Sponsored Edition: Roll Call
What does your daughter want to be when she grows up? A rocket scientist? Fashion designer? Member of Congress? All are totally viable career options, as long as she has the right attitude and, most importantly, the right education.
But don't take our word for it. We sat down with U.S. Rep. Colleen Hanabusa, a former high-ranking attorney and state Senate president, who started off as a young student with big dreams at St. Andrew's Priory School.
Below, the 1969 graduate reflects on her Priory education and how it helped her achieve her goals for the future.
What was your experience at St. Andrew's Priory School like?
I started attending St. Andrew's Priory in the 8th grade. One of the most terrifying moments for me was when someone asked me to conjugate a verb in Latin. I had no idea what they were talking about. I was attending this private school in Honolulu straight from Waianae Elementary. When I graduated five years later, I did so after having served as the Student Body Treasurer in 11th grade and the Student Body President in the 12th grade. During my senior year, I negotiated changes in the school rules that still exist today, including allowing us to wear muumuu on Aloha Friday instead of our sailor uniforms. It was an experience that shaped me as an individual and one that I cherish.
Can you share any fun moments with us?
My best friend during our junior year was Charlene Chun Soon. Our junior prom dates were from Iolani and we were scheduled to go to both proms. Charlene decided that I would sew her prom gowns, so we spent a weekend at my home in Waianae with me sewing and Charlene complaining that I made her iron the patterns and the stitches. We also made trips to stores to buy beads and daisies to fancy up her prom dress. I would love to share those moments with her again. The friendships we developed at the Priory made us closer than family.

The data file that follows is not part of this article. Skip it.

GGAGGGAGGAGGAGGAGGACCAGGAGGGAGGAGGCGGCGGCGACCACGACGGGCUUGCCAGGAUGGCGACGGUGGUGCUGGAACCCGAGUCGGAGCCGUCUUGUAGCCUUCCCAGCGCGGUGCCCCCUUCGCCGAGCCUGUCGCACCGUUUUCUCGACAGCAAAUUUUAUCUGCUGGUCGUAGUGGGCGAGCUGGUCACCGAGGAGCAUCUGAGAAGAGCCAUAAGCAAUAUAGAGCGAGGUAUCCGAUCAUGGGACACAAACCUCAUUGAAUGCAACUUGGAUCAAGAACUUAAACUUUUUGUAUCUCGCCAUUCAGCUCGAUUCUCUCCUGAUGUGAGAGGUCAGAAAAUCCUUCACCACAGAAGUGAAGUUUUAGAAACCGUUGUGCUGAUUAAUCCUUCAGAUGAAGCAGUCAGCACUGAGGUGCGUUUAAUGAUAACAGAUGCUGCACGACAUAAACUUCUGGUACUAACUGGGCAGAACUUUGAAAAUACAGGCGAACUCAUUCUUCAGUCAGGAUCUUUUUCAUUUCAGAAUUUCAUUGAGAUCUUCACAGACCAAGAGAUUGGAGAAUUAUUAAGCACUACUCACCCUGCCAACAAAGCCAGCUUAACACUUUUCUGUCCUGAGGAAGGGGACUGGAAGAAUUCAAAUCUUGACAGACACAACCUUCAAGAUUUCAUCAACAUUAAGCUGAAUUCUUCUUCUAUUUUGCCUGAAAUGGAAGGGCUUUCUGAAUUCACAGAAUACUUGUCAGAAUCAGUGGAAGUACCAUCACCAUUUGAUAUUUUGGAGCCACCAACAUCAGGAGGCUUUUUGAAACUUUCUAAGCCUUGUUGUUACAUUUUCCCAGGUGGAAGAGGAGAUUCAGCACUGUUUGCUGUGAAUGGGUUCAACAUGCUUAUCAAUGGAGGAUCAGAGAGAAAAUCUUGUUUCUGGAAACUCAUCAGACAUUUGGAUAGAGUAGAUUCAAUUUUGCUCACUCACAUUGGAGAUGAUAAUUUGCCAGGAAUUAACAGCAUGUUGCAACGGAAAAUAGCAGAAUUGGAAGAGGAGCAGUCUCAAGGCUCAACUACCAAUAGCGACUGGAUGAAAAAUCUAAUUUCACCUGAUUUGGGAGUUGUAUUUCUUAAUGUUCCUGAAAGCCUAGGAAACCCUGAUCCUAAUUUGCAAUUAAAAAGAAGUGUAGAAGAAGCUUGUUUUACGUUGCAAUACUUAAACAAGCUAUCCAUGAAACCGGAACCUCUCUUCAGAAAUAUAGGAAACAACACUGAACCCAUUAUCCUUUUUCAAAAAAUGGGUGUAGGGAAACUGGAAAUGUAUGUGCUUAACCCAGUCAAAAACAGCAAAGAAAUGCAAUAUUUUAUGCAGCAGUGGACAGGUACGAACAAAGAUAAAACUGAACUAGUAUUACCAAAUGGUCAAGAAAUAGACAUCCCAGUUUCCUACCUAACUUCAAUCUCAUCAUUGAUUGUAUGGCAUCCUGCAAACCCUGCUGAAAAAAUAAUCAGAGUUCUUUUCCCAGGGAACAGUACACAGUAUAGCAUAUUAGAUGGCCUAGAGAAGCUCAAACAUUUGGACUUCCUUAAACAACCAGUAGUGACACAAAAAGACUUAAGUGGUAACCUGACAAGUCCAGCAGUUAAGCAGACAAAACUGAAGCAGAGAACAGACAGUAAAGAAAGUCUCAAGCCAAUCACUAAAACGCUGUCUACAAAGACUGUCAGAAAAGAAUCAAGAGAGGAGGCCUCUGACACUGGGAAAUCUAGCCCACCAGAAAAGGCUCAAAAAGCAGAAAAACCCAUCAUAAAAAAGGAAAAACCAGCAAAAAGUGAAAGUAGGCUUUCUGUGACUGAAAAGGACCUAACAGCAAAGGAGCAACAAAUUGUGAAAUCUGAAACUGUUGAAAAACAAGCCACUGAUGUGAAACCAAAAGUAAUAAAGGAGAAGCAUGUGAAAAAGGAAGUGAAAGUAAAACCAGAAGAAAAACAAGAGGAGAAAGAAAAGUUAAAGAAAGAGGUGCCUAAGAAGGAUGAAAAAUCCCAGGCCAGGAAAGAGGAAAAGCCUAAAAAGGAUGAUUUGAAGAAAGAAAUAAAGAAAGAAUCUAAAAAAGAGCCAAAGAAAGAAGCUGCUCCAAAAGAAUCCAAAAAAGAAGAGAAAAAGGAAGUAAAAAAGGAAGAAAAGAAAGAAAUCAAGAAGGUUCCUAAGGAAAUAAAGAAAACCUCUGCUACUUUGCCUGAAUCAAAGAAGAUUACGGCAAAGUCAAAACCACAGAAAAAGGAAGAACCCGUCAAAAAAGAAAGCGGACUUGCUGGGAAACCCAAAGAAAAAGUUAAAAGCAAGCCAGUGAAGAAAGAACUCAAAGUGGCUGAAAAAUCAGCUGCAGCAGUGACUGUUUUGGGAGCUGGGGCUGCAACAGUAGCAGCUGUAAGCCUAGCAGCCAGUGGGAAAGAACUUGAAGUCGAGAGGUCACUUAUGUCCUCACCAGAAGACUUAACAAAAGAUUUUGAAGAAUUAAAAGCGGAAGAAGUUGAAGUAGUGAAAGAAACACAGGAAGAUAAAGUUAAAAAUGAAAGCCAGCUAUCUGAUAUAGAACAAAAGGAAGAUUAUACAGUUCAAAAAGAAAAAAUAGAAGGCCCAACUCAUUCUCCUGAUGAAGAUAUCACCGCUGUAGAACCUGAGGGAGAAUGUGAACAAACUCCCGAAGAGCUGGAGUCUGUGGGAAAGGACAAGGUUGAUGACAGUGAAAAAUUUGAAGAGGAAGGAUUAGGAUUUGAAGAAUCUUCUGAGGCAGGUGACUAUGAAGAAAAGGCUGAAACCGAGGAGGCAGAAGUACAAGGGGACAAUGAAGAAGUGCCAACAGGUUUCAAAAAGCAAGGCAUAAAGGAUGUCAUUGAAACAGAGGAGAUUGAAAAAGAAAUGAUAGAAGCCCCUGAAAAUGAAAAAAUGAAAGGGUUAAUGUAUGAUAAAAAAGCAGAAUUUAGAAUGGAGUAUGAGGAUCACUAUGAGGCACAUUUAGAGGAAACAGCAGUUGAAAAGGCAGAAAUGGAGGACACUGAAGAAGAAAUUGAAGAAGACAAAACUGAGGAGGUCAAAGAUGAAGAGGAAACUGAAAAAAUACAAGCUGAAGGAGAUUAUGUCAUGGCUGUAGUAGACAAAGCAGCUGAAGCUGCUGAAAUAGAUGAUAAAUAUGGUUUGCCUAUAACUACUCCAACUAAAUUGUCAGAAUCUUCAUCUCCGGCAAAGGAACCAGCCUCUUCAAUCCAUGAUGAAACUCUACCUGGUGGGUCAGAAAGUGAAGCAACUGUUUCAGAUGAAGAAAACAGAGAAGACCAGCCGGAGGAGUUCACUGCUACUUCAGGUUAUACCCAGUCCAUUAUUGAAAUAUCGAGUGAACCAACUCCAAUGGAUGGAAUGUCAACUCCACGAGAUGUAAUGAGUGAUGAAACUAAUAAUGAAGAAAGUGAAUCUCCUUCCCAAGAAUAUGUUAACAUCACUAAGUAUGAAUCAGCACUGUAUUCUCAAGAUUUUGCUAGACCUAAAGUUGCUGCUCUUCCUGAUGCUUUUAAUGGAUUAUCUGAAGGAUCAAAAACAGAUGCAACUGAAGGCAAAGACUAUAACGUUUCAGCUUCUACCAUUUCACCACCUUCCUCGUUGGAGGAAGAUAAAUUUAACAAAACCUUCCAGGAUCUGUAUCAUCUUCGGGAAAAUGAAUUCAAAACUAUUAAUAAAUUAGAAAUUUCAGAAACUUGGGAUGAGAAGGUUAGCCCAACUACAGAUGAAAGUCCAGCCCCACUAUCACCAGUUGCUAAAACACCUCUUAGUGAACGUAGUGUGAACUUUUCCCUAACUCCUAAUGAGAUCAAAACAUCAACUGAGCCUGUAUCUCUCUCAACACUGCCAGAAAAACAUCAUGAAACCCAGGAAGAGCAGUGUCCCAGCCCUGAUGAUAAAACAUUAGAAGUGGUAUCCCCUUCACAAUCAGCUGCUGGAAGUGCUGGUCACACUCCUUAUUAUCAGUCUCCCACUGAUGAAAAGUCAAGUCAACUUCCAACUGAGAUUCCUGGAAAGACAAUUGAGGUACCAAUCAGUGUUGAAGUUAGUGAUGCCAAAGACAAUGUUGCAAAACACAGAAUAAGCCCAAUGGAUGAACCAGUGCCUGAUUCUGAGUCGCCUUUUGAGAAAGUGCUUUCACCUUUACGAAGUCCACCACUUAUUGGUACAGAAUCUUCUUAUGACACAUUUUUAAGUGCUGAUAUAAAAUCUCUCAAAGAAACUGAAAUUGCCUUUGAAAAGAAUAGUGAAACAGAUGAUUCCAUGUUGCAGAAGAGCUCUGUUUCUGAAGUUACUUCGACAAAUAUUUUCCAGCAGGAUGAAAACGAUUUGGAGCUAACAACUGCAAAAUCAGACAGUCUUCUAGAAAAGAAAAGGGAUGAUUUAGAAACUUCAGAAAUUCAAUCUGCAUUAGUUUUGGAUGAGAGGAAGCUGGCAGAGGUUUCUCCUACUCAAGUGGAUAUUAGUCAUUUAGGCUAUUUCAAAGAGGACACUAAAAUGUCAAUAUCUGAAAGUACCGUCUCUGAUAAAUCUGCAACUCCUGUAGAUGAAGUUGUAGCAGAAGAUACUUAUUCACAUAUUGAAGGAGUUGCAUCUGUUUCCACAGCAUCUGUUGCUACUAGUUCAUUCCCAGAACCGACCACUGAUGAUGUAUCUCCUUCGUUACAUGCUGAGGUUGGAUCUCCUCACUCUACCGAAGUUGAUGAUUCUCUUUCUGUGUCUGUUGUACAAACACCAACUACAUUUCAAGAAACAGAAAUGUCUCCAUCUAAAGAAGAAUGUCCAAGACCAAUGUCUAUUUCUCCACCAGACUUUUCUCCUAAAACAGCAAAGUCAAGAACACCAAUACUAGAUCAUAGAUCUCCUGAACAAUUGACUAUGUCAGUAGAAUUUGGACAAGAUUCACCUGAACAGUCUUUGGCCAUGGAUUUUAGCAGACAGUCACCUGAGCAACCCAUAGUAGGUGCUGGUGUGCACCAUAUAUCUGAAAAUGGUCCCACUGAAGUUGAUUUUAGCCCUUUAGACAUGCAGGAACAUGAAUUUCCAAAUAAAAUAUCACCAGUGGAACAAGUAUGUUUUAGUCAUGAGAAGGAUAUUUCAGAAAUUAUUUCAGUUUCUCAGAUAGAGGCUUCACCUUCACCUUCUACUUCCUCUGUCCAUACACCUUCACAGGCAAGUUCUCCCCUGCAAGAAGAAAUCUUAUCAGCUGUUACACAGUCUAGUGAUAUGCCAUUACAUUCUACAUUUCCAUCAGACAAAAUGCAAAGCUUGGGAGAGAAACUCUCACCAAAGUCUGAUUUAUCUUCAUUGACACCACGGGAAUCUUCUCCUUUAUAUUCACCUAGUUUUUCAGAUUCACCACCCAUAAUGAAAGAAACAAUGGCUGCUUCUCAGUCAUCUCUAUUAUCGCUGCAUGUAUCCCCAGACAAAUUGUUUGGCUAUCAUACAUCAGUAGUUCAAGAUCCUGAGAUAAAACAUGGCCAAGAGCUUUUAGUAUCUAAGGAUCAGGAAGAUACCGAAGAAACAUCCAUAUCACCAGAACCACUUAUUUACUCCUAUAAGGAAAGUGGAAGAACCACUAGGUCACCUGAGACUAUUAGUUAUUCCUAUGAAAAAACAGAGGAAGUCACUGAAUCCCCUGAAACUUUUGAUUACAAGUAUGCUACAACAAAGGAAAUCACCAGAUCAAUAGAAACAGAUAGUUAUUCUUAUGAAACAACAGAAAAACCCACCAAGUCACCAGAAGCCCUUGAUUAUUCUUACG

What lessons did you learn?
A unisex school like St. Andrew's Priory teaches you that you can do anything; and probably more importantly, you must do everything. We were the student body officers, the athletic teams, the debate teams; and it would be a young lady that would represent the Priory at any competitive event.
During my senior year, out of 60 entrants in the Hawaii Junior Miss Pageant, nine were from the Priory. I was the only finalist and placed second runner up. I had no talent and definitely no poise, but I knew if I didn't try, I wouldn't learn. Having that confidence - or possibly the lack of inhibitions - about my abilities has shaped me and laid out my future. I had no doubt in my mind that I would be an attorney, and when I decided to run for public office, I knew that I would try for the highest office possible. This is because the Priory did not teach the words "you can't do it" or "you can't achieve that."
What advice would you give to young girls who want a career in politics?
You must first decide what a career in politics means to you. If it is to run for political office, then be aware that once elected, your life becomes public. Also know that like any other job, the higher the office you seek, the more scrutiny there will be. Politics will force you to make very difficult decisions. You are in a situation where, for most part, there are winners and losers. Notwithstanding, there is probably no job as challenging or as interesting as being in politics. It is what you make of it. Do I regret my choice? Absolutely not.
See the benefits of a St. Andrew's Priory School education by attending an open house, Sunday, October 7 at 1 p.m., or Wednesday, October 10 at 9 a.m. St. Andrew's Priory School is located at 224 Queen Emma Square. Call (808) 536-6102 or click here for more information.